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Book: A Retreat with John the Evangelist
Author: Raymond E. Brown, SS
St. Anthony Messenger, Cincinnati, OH, pp. 102


Excerpt from Introduction:

Twenty years ago I made a weekend retreat at a Franciscan house on the coast of New Hampshire. The retreat director's opening talk was as lively as a long-range weather forecast. He told us how completely God loves each one of us without benefit of lively anecdotes or fresh insights.

As the friar rambled on, my inner critic kept up a sotto voce commentary: "I've heard all this before." "Wish he'd say something new that I could chew on." That poor man really doesn't have much to say." Ever hungry for manna yet untasted, I devalued any experience of hearing the same old thing.

After a good night's sleep, I awoke feeling as peaceful as a traveler who has at last arrived safely home. I walked across the room toward the closet. On the way I passed the sink with its small framed mirror on the wall above. Something caught my eye like an unexpected presence. I turned, saw the reflection in the mirror and said aloud, "No wonder he loves me!"

This involuntary affirmation stunned me. What or whom had I seen in the mirror? When I looked again, it was "just me," an ordinary person with a lower-than-average reservoir of self-esteem. But I knew that in the initial vision I had seen God-in-me breaking through like a sudden sunrise.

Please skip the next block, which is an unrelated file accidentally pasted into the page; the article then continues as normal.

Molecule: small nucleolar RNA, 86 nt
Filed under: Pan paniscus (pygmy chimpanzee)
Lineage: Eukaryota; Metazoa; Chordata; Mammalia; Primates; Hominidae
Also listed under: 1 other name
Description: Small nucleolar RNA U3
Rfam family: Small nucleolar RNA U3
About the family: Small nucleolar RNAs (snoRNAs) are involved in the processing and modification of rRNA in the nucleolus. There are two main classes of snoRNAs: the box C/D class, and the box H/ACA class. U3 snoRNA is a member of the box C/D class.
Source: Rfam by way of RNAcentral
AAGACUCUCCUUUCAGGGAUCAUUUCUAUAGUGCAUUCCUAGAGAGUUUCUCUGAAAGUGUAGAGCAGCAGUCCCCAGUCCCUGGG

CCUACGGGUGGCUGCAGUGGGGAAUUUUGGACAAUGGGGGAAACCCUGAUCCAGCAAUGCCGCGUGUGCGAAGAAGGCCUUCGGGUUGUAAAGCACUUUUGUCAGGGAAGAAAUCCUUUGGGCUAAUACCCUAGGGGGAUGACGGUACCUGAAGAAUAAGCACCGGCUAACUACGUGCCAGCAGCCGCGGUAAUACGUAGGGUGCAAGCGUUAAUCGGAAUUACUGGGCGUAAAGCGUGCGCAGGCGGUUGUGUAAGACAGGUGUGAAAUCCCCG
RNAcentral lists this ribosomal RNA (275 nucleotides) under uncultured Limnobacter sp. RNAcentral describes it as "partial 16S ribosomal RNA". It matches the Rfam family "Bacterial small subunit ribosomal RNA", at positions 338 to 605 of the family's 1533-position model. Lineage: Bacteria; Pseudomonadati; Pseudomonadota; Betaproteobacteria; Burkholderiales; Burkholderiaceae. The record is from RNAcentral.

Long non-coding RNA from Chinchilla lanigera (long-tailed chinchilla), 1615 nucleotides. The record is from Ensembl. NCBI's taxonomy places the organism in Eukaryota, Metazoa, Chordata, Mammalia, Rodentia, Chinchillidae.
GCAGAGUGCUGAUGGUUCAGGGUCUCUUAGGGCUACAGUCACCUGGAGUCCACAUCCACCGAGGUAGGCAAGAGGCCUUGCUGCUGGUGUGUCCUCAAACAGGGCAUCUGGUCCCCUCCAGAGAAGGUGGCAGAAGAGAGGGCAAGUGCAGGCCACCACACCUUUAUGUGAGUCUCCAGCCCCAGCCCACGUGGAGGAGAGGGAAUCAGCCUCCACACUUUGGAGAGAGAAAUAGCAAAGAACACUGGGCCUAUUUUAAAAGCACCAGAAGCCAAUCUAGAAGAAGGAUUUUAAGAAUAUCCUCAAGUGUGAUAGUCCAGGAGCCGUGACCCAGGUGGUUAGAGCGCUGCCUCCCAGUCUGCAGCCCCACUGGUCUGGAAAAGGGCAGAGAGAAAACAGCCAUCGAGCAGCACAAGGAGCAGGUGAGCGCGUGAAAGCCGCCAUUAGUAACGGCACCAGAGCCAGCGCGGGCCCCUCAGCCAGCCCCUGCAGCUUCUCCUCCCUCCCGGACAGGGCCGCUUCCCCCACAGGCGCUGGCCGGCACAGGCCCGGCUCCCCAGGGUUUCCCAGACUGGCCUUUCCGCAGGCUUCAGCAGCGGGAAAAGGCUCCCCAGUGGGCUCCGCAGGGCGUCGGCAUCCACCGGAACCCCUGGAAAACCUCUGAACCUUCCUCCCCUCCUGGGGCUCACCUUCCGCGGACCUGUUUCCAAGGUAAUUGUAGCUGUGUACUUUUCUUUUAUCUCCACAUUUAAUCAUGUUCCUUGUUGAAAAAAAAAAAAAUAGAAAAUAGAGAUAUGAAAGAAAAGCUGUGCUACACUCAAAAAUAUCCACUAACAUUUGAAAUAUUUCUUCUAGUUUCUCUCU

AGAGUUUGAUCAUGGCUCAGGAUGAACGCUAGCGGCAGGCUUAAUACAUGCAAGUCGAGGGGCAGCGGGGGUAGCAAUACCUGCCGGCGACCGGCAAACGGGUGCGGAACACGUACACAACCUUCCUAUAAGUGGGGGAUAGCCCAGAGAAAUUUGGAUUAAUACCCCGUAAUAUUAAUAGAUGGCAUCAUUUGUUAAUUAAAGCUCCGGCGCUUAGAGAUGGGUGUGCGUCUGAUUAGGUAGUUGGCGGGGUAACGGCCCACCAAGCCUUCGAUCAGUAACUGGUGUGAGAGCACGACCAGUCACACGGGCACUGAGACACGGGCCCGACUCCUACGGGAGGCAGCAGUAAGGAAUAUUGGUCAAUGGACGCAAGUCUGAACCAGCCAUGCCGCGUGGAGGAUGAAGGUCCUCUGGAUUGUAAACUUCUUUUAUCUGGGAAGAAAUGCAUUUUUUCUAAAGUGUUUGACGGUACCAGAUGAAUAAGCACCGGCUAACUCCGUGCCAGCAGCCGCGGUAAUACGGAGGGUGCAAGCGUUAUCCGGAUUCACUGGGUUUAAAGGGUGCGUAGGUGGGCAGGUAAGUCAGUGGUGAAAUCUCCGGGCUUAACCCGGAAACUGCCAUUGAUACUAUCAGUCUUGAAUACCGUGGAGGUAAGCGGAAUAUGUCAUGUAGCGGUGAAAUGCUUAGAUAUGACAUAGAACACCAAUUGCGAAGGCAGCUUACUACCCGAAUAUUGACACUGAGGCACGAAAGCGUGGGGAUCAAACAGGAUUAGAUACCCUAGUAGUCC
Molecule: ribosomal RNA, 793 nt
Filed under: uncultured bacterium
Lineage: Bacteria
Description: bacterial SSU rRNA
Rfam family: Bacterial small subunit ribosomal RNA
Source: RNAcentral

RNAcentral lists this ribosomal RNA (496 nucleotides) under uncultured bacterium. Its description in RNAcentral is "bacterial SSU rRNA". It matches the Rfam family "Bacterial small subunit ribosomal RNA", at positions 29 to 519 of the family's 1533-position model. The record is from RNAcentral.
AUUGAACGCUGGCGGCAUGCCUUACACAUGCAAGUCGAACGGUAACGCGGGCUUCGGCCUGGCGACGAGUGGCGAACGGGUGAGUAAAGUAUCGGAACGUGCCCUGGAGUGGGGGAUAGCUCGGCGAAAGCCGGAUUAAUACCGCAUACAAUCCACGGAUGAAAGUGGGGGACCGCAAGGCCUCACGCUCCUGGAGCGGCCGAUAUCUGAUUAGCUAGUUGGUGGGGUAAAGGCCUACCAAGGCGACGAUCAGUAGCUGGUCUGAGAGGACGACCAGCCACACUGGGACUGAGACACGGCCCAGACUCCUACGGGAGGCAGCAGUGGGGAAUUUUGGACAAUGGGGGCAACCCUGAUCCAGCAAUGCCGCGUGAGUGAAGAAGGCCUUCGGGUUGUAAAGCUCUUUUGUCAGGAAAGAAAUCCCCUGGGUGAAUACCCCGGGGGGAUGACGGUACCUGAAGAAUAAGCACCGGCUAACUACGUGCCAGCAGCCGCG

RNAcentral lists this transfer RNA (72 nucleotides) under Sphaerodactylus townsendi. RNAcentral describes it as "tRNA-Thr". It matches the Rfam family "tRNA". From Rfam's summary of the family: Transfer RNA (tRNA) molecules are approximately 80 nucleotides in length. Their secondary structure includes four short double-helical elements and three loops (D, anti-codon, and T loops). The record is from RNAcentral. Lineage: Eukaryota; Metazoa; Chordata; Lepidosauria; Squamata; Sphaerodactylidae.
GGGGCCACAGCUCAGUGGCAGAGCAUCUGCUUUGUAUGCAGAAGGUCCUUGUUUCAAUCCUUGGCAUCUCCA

At that moment I knew what it meant to be made in the divine image. I understood right down to my size eleven feet what it meant to be loved exactly as I was. Only later did I connect this revelation with one granted to the Trappist monk-writer Thomas Merton. As he reports in Conjectures of a Guilty Bystander, while standing all unsuspecting on a street corner one day, he was overwhelmed by the "joy of being . . . a member of a race in which God Himself became incarnate . . .There is no way of telling people that they are all walking around shining like the sun." . . . .

As general editor for the retreat series, I pray that readers will, by their questions, comments, doubts and decision-making, fertilize the seeds our mentors have planted.

Excerpt from Book:

The First Disciples

At the beginning of my "Gospel Message," I described Jesus' encounter with disciples of John the Baptist who in turn would become Jesus' disciples. The Baptist's task had been to testify to Jesus in order to reveal him to Israel, and he fulfilled that task when he pointed out Jesus to two disciples who in turn spoke of him to other disciples. Here let me call attention to how Jesus dealt with them when they started following him I do not mean simply walking along with him but committing their lives to him.

His first question was "What are you looking for?" That is still the first question he asks of all who would be disciples. He is always looking for us, but do we understand what our true needs are? The first disciples answered, "Where are you staying?" and he said, "Come and see." We must be willing to "stay" with Jesus a while and "see" for ourselves who he is and what following him means.

The former disciples of John the Baptist (one of them Andrew), after staying with Jesus one day, already recognized that he was the Messiah, the anointed king who would carry out God's plan. They did not keep that to themselves; and as they shared it with others, even deeper insights about Jesus emerged. That is a fundamental factor in the following of Jesus: No one is given the gift of faith for himself or herself alone; whatever we come to know must be shared with others. The Word speaks through our words; and in proclaiming Jesus to others, we ourselves grow in perception.